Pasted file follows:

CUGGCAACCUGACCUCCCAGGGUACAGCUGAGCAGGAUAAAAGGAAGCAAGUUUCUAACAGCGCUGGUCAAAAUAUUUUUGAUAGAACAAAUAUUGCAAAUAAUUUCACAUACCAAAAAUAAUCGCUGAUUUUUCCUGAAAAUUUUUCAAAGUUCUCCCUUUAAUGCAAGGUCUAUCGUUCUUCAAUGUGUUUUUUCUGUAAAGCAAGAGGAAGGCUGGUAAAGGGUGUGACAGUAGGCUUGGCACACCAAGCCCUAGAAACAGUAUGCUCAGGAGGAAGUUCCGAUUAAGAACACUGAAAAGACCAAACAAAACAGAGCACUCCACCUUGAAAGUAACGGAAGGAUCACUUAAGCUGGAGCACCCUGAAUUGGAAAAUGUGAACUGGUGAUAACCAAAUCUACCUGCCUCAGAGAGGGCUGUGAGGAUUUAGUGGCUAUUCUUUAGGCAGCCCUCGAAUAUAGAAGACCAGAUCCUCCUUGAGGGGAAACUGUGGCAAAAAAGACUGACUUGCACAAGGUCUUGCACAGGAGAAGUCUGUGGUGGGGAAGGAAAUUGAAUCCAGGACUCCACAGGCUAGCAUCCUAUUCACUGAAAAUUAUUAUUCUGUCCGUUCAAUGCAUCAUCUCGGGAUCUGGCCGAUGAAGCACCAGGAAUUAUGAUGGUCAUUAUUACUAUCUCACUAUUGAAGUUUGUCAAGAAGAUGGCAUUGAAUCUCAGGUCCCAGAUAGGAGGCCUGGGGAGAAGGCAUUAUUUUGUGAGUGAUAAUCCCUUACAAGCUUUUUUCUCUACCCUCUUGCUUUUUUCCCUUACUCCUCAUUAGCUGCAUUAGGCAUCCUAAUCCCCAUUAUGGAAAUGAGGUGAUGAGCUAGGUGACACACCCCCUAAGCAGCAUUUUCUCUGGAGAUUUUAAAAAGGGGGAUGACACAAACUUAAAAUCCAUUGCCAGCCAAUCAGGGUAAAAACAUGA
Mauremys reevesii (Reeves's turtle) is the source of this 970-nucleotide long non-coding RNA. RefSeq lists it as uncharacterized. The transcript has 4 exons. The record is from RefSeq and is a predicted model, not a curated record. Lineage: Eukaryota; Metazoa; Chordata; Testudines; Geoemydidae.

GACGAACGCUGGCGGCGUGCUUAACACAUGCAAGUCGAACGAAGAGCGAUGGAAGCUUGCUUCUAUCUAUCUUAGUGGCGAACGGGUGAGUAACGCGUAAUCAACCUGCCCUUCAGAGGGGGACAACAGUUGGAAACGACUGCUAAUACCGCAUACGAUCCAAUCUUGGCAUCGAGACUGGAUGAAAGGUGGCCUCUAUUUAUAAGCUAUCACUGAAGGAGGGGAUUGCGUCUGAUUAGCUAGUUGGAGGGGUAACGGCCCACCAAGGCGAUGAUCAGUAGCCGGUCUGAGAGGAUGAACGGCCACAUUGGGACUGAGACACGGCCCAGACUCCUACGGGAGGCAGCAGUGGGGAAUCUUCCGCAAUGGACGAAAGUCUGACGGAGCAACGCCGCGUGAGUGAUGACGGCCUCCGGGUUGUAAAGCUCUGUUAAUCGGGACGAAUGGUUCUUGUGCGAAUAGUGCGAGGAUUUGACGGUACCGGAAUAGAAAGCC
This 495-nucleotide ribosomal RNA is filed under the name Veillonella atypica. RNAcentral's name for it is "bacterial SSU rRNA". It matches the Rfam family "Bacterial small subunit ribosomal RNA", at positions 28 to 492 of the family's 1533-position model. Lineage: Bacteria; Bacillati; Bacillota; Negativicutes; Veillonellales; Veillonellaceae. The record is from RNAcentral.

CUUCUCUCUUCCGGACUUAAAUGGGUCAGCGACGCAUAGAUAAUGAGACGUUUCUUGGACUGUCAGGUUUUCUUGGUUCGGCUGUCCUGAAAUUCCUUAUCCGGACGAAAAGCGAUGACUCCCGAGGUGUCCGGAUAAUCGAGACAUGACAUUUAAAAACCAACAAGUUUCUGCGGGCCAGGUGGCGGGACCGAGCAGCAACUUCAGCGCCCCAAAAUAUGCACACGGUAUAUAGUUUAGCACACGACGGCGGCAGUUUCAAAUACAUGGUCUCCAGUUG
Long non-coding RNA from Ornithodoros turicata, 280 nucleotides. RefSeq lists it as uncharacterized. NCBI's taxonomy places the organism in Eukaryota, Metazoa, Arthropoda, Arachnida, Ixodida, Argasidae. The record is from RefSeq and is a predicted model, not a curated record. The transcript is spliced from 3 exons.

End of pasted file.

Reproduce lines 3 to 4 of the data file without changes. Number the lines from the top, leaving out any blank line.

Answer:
GACGAACGCUGGCGGCGUGCUUAACACAUGCAAGUCGAACGAAGAGCGAUGGAAGCUUGCUUCUAUCUAUCUUAGUGGCGAACGGGUGAGUAACGCGUAAUCAACCUGCCCUUCAGAGGGGGACAACAGUUGGAAACGACUGCUAAUACCGCAUACGAUCCAAUCUUGGCAUCGAGACUGGAUGAAAGGUGGCCUCUAUUUAUAAGCUAUCACUGAAGGAGGGGAUUGCGUCUGAUUAGCUAGUUGGAGGGGUAACGGCCCACCAAGGCGAUGAUCAGUAGCCGGUCUGAGAGGAUGAACGGCCACAUUGGGACUGAGACACGGCCCAGACUCCUACGGGAGGCAGCAGUGGGGAAUCUUCCGCAAUGGACGAAAGUCUGACGGAGCAACGCCGCGUGAGUGAUGACGGCCUCCGGGUUGUAAAGCUCUGUUAAUCGGGACGAAUGGUUCUUGUGCGAAUAGUGCGAGGAUUUGACGGUACCGGAAUAGAAAGCC
This 495-nucleotide ribosomal RNA is filed under the name Veillonella atypica. RNAcentral's name for it is "bacterial SSU rRNA". It matches the Rfam family "Bacterial small subunit ribosomal RNA", at positions 28 to 492 of the family's 1533-position model. Lineage: Bacteria; Bacillati; Bacillota; Negativicutes; Veillonellales; Veillonellaceae. The record is from RNAcentral.